Can you believe that there is a large settlement of Yemeni descent people in India’s Hyderabad? Barkas, about 4 kms from the iconic Charminar, presents a slice of Yemen.
Here, a large number of Arabs from Yemen, called Hadhramis, have settled down having migrated from their country of origin for many generations.
Most of them were employed in the Nizam government. Barkas was home to the former employees of Nizams, the sovereigns of the erstwhile princely state of Hyderabad. The colony originally used to serve as the Military Barracks of the former ruler of Hyderabad – the Nizam.
Men with Arabian facial features clad in Yemeni lungis (wraparound kilt) or Futah ambling around the colony’s narrow lanes is a regular sight that intrigue outsiders.
History records that Hadhramis of Yemen have migrated for centuries in large numbers, establishing a diaspora that extends around the Indian Ocean, Saudi Arabia and the other Gulf states.
The Hadhramaut region, one of the southern governorates of Yemen, today has around 1.5 million inhabitants. Though migration began during the 3rd Hijri century (eighth century in the Gregorian calendar) but Hyderabad connection is of not that old. A good number of Hadramis had already migrated on India’s West Coast in the ninth century AD.
World War II
According to Salam Bin Juman Bamraan, of Yemeni origin, who lives in Barkas, “My father Juman Saleh Bamraan took the ship to Mumbai in 1942 during the World War II since the situation in Yemen was not conducive for living.
“When my father came to Hyderabad the Nizam of Hyderabad was kind enough to give him a job. My father married a local Muslim woman and thus we integrated into the Hyderabadi community. Our language at home was Arabic until recently but after my father died we converse in Deccani Urdu.” Though Salam did go to Kuwait for work but did not return to Yemen.
Yemen served as a trans-shipment center for luxury goods — particularly spices — originating in India and points farther east and also as a Haj route for pilgrims coming from India.
So, migration was happening to and fro. There were thousands of traders from India doing business in Yemen, mainly Aden and Sana.
Dhirubhai Ambani, the founder of the now famous Reliance Group, also started his career as a trader in Aden and his famous son Mukesh Ambani, Reliance Industries Limited chairman, was also born in Aden.
300,000 strong Diaspora
These age-old ties between India and Yemen are reflected now by the presence of nearly 300,000 strong Yemeni-origin Diaspora in India and a vibrant Indian-origin Diaspora in Yemen.
Besides India, almost all Arabs in Southeast Asia and India trace their ancestry to Hadhramaut.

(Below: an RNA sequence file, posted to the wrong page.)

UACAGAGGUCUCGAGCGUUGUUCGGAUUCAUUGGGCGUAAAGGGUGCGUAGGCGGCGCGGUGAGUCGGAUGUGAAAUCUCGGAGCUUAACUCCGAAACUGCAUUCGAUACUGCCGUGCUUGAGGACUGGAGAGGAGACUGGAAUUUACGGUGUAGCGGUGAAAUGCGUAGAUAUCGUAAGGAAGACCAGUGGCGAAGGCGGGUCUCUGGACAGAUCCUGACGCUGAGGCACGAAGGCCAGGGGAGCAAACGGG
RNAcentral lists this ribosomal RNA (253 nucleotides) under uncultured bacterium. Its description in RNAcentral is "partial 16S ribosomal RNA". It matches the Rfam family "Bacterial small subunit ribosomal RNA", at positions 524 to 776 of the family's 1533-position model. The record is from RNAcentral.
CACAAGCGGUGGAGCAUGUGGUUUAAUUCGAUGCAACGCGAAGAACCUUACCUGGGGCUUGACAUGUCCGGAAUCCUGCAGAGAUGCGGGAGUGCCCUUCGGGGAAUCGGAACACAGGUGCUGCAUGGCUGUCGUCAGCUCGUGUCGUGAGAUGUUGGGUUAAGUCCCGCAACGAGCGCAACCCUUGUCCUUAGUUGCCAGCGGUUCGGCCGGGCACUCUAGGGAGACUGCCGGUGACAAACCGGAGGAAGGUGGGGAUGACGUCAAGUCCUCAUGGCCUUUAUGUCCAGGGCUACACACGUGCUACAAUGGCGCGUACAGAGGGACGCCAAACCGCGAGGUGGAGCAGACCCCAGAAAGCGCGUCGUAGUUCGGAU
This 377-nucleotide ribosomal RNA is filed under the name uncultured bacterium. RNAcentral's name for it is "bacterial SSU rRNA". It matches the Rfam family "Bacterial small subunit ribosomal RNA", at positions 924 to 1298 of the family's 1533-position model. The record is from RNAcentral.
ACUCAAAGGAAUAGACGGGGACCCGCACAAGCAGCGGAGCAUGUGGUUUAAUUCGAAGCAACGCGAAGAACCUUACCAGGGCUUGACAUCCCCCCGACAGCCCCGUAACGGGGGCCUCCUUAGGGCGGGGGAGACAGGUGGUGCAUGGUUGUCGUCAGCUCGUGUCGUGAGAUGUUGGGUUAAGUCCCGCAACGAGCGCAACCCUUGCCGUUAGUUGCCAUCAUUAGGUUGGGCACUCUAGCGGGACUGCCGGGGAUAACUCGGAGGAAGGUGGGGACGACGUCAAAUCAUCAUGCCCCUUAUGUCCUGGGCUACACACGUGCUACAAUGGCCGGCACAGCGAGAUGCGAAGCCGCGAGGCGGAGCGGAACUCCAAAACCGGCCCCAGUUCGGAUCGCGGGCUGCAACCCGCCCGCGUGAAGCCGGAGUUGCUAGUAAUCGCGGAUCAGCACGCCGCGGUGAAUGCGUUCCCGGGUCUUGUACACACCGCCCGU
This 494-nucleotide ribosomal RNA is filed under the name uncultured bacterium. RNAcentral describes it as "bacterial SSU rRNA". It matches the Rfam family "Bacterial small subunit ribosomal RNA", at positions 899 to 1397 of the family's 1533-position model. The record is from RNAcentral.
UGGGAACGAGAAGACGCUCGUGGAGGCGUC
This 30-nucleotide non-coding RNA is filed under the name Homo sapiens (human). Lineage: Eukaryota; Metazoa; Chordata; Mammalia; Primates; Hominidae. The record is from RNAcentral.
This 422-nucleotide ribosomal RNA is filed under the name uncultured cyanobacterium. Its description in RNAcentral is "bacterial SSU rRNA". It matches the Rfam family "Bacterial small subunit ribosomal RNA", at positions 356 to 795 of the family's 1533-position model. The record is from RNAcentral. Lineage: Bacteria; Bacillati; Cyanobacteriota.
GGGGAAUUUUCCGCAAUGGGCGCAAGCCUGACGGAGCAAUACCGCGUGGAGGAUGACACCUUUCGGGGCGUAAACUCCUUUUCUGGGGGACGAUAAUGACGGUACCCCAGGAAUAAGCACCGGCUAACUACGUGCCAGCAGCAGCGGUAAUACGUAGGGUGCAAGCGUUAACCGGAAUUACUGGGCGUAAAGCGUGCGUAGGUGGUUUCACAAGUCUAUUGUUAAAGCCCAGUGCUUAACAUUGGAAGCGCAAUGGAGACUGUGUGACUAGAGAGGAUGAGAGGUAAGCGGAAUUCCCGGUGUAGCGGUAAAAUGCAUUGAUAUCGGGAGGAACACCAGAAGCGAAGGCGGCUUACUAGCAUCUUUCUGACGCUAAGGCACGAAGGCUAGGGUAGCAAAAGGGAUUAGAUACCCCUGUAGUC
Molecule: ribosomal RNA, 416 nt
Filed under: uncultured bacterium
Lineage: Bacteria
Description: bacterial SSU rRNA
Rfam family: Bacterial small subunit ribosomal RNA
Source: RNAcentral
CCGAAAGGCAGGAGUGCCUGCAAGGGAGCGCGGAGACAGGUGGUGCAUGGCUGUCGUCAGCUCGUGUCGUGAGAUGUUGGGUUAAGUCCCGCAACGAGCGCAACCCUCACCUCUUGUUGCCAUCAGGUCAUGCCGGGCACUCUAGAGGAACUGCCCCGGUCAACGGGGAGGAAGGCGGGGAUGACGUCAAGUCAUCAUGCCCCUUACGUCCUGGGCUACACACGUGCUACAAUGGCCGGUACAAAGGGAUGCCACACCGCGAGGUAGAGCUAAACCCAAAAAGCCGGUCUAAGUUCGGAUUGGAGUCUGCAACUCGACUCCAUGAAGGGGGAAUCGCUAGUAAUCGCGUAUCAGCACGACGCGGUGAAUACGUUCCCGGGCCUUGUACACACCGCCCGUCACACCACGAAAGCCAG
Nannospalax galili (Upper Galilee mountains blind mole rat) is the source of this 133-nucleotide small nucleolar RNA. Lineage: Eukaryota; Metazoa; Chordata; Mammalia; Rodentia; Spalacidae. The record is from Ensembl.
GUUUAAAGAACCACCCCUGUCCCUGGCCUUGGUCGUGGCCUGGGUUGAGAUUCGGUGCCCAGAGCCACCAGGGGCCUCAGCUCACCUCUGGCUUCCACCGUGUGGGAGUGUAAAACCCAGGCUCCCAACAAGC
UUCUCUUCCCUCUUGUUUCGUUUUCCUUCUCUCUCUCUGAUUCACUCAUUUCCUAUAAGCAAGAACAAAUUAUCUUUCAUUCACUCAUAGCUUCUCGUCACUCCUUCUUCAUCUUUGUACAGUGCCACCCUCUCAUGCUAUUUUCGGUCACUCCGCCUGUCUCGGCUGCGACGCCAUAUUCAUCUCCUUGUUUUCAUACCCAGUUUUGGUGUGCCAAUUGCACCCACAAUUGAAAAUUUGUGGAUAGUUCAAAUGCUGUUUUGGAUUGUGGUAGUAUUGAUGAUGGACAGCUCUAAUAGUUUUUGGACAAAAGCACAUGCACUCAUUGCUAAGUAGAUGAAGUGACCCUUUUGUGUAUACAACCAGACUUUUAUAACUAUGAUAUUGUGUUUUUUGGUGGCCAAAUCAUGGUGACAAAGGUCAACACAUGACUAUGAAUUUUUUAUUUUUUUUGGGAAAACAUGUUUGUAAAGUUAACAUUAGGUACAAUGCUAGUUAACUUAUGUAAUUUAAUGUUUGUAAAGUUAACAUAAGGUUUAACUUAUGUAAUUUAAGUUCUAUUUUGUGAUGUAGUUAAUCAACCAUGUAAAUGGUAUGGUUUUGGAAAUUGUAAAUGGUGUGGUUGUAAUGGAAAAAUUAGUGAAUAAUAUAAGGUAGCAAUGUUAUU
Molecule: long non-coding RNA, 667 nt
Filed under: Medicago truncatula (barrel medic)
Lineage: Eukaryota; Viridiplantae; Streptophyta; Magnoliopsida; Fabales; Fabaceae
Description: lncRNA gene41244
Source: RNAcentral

Five and six generations after their forefathers made Hyderabad their homes, many have retained their culture and traits. The members of this well-knit community are now integrated in Hyderabad. Homecomings had already begun dropping off in the 1970s as Yemen became more politically disturbed.
A documentary by Adam Sawab, a Yemeni student who did journalism from Osmania University titled ‘Barkas – A Small Yemen in India’ as part of his course shed light on Hadhramis living in Hyderabad’s Barkas.
The documentary reported that Barkas is a habitat for mainly members of the Chaush community, who are direct descendants of the Hadhrami - military men in the Hadhramaut region in Yemen, there are 52 Yemeni tribes in Hyderabad.
Some of the Yemeni tribes settled here are those of al-Saadi, al-Nahdi, al-Yamani, Barabaa, al-Amoodi, al-Saqqaf, Bamraan, al-Aidroos, al-Saadi among others.
“During the time of the Nizam’s rule, the Arab population here increased and slowly settled mainly in the Army barracks, now Barkas, on the outskirts of the city,” Adam stated in his documentary.
Sheikh Mohammed Azzan Jabari, whose grandfather came from Yemen in 1940 and was employed in Nizam’s army, says that their culture is of mixed origin with strands from Arabs and local.
Having his own textiles business in Barkas, he says, “We are into third generation. Our weddings still encompass elements of Arabic traditions like nikah is performed in Barkas’ jame masjid and we play the duff which is a Yemeni custom. We still relish Yemeni traditional breakfasts items like mandi, fuul (a dish made of cooked fava beans), hareesa (savory porridge), etc and mandi, kabsa as meals. I think Barkas is home to more than 60,000 Yemeni descent people.”
So, if you want to experience Yemeni culture with a plateful of mandi (as the area is teeming with restaurants selling delectable mandi) head to Hyderabad’s Barkas locality.
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